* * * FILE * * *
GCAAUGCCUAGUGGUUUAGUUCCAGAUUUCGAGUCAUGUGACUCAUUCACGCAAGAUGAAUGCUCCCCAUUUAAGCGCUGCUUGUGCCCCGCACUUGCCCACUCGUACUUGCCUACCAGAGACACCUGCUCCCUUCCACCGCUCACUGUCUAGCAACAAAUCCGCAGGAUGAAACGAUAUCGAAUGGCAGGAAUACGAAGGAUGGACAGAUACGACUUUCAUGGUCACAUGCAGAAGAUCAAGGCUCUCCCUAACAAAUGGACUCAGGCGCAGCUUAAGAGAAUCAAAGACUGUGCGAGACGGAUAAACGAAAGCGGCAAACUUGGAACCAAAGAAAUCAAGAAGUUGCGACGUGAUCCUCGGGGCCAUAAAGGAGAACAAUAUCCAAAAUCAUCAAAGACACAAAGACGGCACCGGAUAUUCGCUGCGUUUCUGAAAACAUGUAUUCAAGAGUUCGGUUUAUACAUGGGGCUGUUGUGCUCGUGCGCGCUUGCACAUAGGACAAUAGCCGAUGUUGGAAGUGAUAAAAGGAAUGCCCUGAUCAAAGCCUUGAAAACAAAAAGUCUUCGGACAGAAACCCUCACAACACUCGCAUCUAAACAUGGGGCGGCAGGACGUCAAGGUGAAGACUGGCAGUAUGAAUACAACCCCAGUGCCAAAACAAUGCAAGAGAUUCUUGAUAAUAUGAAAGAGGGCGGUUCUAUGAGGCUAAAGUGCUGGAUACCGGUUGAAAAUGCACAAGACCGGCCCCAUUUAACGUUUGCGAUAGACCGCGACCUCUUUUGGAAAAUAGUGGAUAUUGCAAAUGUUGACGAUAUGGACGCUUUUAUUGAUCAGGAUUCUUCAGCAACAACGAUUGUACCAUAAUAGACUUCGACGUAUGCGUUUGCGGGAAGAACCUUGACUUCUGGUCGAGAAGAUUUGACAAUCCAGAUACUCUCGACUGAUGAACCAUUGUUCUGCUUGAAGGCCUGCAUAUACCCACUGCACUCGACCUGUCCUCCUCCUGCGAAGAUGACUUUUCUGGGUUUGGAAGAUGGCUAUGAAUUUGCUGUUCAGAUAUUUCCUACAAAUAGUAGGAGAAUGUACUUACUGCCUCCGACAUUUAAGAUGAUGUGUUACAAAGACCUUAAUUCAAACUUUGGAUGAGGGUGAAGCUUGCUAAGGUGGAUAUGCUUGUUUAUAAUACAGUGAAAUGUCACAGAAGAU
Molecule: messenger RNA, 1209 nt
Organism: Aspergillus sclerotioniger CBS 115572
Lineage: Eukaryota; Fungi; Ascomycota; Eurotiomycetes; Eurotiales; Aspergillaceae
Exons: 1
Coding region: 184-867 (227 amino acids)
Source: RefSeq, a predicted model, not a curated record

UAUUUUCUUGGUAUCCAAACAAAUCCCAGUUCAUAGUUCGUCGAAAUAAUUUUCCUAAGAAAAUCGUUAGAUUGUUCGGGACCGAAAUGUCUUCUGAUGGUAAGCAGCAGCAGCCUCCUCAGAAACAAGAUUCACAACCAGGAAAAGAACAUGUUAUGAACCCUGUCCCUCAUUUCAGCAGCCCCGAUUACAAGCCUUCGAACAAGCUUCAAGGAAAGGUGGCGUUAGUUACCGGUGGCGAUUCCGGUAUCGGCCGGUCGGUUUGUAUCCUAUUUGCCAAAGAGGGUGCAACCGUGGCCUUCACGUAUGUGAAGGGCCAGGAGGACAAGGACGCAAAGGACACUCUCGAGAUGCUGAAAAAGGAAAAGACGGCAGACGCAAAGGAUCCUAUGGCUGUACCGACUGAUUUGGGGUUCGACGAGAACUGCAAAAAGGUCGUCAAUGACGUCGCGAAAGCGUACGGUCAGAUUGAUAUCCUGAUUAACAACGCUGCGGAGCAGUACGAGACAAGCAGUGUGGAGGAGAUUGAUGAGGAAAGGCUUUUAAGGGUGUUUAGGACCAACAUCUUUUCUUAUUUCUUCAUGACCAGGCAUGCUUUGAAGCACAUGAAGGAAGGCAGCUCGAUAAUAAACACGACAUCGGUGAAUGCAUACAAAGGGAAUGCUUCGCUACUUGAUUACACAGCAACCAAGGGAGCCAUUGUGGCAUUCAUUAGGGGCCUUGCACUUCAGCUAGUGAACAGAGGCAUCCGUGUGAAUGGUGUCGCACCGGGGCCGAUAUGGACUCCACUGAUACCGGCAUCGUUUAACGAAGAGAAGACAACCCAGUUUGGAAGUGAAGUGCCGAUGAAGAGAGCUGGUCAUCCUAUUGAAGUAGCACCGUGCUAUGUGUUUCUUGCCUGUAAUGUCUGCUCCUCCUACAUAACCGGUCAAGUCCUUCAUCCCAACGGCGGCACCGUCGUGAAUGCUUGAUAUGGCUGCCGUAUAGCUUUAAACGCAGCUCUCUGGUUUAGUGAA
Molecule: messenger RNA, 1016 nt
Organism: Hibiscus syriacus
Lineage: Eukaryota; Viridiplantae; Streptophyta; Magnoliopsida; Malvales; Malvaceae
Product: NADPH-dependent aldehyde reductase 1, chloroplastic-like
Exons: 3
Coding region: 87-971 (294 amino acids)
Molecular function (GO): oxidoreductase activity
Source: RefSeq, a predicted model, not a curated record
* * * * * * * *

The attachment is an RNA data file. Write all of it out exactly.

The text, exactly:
GCAAUGCCUAGUGGUUUAGUUCCAGAUUUCGAGUCAUGUGACUCAUUCACGCAAGAUGAAUGCUCCCCAUUUAAGCGCUGCUUGUGCCCCGCACUUGCCCACUCGUACUUGCCUACCAGAGACACCUGCUCCCUUCCACCGCUCACUGUCUAGCAACAAAUCCGCAGGAUGAAACGAUAUCGAAUGGCAGGAAUACGAAGGAUGGACAGAUACGACUUUCAUGGUCACAUGCAGAAGAUCAAGGCUCUCCCUAACAAAUGGACUCAGGCGCAGCUUAAGAGAAUCAAAGACUGUGCGAGACGGAUAAACGAAAGCGGCAAACUUGGAACCAAAGAAAUCAAGAAGUUGCGACGUGAUCCUCGGGGCCAUAAAGGAGAACAAUAUCCAAAAUCAUCAAAGACACAAAGACGGCACCGGAUAUUCGCUGCGUUUCUGAAAACAUGUAUUCAAGAGUUCGGUUUAUACAUGGGGCUGUUGUGCUCGUGCGCGCUUGCACAUAGGACAAUAGCCGAUGUUGGAAGUGAUAAAAGGAAUGCCCUGAUCAAAGCCUUGAAAACAAAAAGUCUUCGGACAGAAACCCUCACAACACUCGCAUCUAAACAUGGGGCGGCAGGACGUCAAGGUGAAGACUGGCAGUAUGAAUACAACCCCAGUGCCAAAACAAUGCAAGAGAUUCUUGAUAAUAUGAAAGAGGGCGGUUCUAUGAGGCUAAAGUGCUGGAUACCGGUUGAAAAUGCACAAGACCGGCCCCAUUUAACGUUUGCGAUAGACCGCGACCUCUUUUGGAAAAUAGUGGAUAUUGCAAAUGUUGACGAUAUGGACGCUUUUAUUGAUCAGGAUUCUUCAGCAACAACGAUUGUACCAUAAUAGACUUCGACGUAUGCGUUUGCGGGAAGAACCUUGACUUCUGGUCGAGAAGAUUUGACAAUCCAGAUACUCUCGACUGAUGAACCAUUGUUCUGCUUGAAGGCCUGCAUAUACCCACUGCACUCGACCUGUCCUCCUCCUGCGAAGAUGACUUUUCUGGGUUUGGAAGAUGGCUAUGAAUUUGCUGUUCAGAUAUUUCCUACAAAUAGUAGGAGAAUGUACUUACUGCCUCCGACAUUUAAGAUGAUGUGUUACAAAGACCUUAAUUCAAACUUUGGAUGAGGGUGAAGCUUGCUAAGGUGGAUAUGCUUGUUUAUAAUACAGUGAAAUGUCACAGAAGAU
Molecule: messenger RNA, 1209 nt
Organism: Aspergillus sclerotioniger CBS 115572
Lineage: Eukaryota; Fungi; Ascomycota; Eurotiomycetes; Eurotiales; Aspergillaceae
Exons: 1
Coding region: 184-867 (227 amino acids)
Source: RefSeq, a predicted model, not a curated record

UAUUUUCUUGGUAUCCAAACAAAUCCCAGUUCAUAGUUCGUCGAAAUAAUUUUCCUAAGAAAAUCGUUAGAUUGUUCGGGACCGAAAUGUCUUCUGAUGGUAAGCAGCAGCAGCCUCCUCAGAAACAAGAUUCACAACCAGGAAAAGAACAUGUUAUGAACCCUGUCCCUCAUUUCAGCAGCCCCGAUUACAAGCCUUCGAACAAGCUUCAAGGAAAGGUGGCGUUAGUUACCGGUGGCGAUUCCGGUAUCGGCCGGUCGGUUUGUAUCCUAUUUGCCAAAGAGGGUGCAACCGUGGCCUUCACGUAUGUGAAGGGCCAGGAGGACAAGGACGCAAAGGACACUCUCGAGAUGCUGAAAAAGGAAAAGACGGCAGACGCAAAGGAUCCUAUGGCUGUACCGACUGAUUUGGGGUUCGACGAGAACUGCAAAAAGGUCGUCAAUGACGUCGCGAAAGCGUACGGUCAGAUUGAUAUCCUGAUUAACAACGCUGCGGAGCAGUACGAGACAAGCAGUGUGGAGGAGAUUGAUGAGGAAAGGCUUUUAAGGGUGUUUAGGACCAACAUCUUUUCUUAUUUCUUCAUGACCAGGCAUGCUUUGAAGCACAUGAAGGAAGGCAGCUCGAUAAUAAACACGACAUCGGUGAAUGCAUACAAAGGGAAUGCUUCGCUACUUGAUUACACAGCAACCAAGGGAGCCAUUGUGGCAUUCAUUAGGGGCCUUGCACUUCAGCUAGUGAACAGAGGCAUCCGUGUGAAUGGUGUCGCACCGGGGCCGAUAUGGACUCCACUGAUACCGGCAUCGUUUAACGAAGAGAAGACAACCCAGUUUGGAAGUGAAGUGCCGAUGAAGAGAGCUGGUCAUCCUAUUGAAGUAGCACCGUGCUAUGUGUUUCUUGCCUGUAAUGUCUGCUCCUCCUACAUAACCGGUCAAGUCCUUCAUCCCAACGGCGGCACCGUCGUGAAUGCUUGAUAUGGCUGCCGUAUAGCUUUAAACGCAGCUCUCUGGUUUAGUGAA
Molecule: messenger RNA, 1016 nt
Organism: Hibiscus syriacus
Lineage: Eukaryota; Viridiplantae; Streptophyta; Magnoliopsida; Malvales; Malvaceae
Product: NADPH-dependent aldehyde reductase 1, chloroplastic-like
Exons: 3
Coding region: 87-971 (294 amino acids)
Molecular function (GO): oxidoreductase activity
Source: RefSeq, a predicted model, not a curated record